The high school sports spring season began last Wednesday, the official first day for baseball, softball, boys lacrosse, girls lacrosse, tennis, and track and field.
Most of Carroll’s teams have yet to get on a playing surface, however, thanks to the lasting effects from Winter Storm Toby. Much of the county saw snow of the near-foot variety blanket the area, meaning diamonds and courts and stadium fields have been covered for nearly a week.
It also means a busy time for Carroll’s athletic directors — postponements are piling up, leaving many in limbo, still waiting to play their first game of the season.
Spring has been interrupted by late winter storms in recent years, but as Westminster AD Terry Molloy said via text message Monday, “this is certainly not the norm.”
Molloy said he was up to 19 postponements (junior varsity included) with Monday’s wipe-out of varsity baseball and softball. Century had 21 postponements, according to AD Randy Pentz. South Carroll was up to 20, and Manchester Valley up to 18.
Winters Mill was at 12 varsity postponements Monday afternoon, said athletic director Jen Gosselin, and she was already relocating a girls lacrosse game from Tuesday to Wednesday because of unplayable field conditions. Gosselin said she saw grass on the stadium field for the first time in a week.
“I don’t think I’m concerned — yet,” Gosselin said. “I think it depends on what area [in Carroll] as far as how your fields look. … It is the beginning of the season, we still have a lot of options.”
The southern end of the county didn’t get as much snow as other areas, which could soon bode well for baseball and softball — if not for the rain in the forecast for the middle of this week.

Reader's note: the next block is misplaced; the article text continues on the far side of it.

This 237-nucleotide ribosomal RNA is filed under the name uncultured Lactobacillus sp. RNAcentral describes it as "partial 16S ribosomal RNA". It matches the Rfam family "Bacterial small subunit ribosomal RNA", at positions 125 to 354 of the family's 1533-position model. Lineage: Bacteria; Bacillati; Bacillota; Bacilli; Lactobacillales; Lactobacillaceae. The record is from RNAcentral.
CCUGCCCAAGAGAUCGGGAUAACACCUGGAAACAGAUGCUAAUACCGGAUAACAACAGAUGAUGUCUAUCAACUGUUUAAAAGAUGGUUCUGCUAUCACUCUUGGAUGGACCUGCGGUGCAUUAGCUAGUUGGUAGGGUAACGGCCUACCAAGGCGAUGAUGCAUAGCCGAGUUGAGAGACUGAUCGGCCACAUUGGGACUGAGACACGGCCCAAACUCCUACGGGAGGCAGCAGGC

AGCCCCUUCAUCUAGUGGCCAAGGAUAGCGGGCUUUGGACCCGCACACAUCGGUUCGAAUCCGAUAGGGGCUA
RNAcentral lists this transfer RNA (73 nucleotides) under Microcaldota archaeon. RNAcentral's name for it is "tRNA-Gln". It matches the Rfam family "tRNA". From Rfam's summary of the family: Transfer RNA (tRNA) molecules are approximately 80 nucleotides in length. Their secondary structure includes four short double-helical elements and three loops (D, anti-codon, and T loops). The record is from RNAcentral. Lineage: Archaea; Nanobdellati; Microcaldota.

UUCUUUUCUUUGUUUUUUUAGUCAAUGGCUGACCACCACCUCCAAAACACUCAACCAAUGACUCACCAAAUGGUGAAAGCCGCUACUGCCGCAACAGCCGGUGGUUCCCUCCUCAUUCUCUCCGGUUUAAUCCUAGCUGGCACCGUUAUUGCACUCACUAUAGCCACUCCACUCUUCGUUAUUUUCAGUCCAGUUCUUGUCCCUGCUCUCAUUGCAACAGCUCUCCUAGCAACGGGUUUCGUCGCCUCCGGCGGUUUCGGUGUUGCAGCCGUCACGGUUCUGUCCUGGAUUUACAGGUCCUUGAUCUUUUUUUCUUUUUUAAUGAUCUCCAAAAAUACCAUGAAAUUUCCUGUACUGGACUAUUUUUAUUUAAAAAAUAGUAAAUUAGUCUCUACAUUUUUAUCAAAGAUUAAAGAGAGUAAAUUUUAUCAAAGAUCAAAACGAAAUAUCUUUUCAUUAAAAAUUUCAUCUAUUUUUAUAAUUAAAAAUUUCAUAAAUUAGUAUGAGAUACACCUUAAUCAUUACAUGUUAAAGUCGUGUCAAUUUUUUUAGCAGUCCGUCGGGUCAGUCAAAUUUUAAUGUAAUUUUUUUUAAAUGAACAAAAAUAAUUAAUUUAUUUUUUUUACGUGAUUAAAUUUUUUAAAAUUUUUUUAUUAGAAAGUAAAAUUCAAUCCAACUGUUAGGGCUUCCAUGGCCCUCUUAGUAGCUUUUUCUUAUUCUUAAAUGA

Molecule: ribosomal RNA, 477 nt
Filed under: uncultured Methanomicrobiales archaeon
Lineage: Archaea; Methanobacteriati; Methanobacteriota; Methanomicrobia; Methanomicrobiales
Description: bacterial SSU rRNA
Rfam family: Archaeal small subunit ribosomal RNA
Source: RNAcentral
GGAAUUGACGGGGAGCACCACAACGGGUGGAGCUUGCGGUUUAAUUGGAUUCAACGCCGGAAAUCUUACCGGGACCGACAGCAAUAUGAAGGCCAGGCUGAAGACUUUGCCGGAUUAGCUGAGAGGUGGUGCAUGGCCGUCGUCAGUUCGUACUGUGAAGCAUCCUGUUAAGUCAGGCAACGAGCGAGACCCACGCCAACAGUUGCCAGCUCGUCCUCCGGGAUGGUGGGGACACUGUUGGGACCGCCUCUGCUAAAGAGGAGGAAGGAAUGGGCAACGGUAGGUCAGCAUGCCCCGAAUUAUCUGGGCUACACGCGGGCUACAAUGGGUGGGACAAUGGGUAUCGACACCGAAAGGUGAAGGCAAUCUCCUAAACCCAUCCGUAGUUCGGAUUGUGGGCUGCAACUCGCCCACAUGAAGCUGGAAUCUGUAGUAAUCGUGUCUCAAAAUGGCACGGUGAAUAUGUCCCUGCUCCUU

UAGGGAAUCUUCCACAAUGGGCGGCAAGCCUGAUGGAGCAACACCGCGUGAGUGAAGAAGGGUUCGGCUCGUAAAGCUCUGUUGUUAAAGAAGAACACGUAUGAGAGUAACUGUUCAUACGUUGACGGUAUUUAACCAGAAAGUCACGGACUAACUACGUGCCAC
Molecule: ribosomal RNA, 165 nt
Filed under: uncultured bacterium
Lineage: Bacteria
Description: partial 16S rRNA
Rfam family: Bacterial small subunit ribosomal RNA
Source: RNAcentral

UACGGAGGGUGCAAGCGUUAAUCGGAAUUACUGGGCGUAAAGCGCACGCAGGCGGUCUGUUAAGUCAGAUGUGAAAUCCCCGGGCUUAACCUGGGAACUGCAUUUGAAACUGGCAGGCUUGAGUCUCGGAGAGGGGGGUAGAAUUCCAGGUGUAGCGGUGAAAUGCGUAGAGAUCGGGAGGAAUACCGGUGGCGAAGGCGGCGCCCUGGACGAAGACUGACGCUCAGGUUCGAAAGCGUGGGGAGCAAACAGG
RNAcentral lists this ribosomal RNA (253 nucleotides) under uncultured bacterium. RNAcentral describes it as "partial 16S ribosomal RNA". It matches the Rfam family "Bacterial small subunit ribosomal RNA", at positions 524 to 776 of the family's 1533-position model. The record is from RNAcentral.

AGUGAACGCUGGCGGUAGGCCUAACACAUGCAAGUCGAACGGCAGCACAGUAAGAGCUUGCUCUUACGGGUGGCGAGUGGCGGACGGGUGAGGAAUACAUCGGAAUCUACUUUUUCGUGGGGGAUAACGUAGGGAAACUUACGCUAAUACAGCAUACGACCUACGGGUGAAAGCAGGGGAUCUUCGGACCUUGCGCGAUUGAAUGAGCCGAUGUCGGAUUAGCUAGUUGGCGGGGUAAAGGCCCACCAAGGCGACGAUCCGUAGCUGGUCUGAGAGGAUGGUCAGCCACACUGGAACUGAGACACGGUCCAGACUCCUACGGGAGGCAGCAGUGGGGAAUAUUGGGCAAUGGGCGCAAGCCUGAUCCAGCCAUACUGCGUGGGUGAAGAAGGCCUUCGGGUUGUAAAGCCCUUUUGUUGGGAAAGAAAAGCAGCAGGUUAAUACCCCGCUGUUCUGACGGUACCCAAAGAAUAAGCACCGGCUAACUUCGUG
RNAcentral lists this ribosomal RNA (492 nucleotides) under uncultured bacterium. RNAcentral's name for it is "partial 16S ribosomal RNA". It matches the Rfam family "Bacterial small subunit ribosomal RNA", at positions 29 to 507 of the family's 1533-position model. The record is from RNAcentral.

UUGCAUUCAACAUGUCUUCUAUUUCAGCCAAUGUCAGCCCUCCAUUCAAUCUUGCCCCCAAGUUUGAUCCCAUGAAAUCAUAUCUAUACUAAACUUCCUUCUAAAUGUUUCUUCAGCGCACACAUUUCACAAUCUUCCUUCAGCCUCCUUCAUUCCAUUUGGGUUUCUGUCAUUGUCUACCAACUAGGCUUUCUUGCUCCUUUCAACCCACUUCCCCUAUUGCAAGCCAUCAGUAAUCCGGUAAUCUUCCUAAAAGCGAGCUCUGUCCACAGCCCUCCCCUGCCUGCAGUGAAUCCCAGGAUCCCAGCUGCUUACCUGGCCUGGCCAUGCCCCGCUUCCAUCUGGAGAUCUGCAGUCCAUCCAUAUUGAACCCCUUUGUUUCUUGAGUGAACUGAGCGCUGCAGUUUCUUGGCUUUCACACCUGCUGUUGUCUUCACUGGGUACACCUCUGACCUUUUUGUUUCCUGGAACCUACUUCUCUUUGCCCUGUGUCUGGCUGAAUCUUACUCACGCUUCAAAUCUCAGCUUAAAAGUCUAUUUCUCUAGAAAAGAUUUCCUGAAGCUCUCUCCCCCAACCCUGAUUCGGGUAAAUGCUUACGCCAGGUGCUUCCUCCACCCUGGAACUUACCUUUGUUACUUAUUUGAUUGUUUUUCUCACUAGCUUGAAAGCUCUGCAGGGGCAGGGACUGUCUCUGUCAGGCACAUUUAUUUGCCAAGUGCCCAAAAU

Tennis saw its first matches of the year take place Monday with six county teams in action. Some players on those teams spent times last week shoveling snow off their home courts in an effort to speed up the melting process.
A few Carroll teams competed in track meets Saturday, but until Monday no baseball, softball, or lacrosse games had been played.
Like Gosselin, and no doubt the rest of his contemporaries, Man Valley AD Troy Warehime said baseball is the one spring sport he worries about most when postponements start to mount.
The sport uses pitch count limits and required rest periods to help pitchers’ arms throughout the shortened season. Having to deal with multiple four-game weeks is a reality now, Warehime said, with the fields being unplayable for the first five days of the season. And that means the potential of taxing some players down the line.
“It’s just unfortunate. Now you have to fit 18 baseball and softball games into five weeks,” Warehime said. “I told someone the other day … this spring is like a Rubik’s Cube that’s broken. You don’t have the right answers, you just do the best you can.”
The snow will melt and fields will thaw, and games will be played before too long. Until then, spring sports athletes and coaches — and their athletic directors — will be waiting.
“The timing couldn’t have been worse,” Gosselin said. “Right now it’s just trying to space things out and find the best time for everything. You have to do what’s best for the kids. It’s so hard to please everybody. … Nobody can control what falls from the sky.”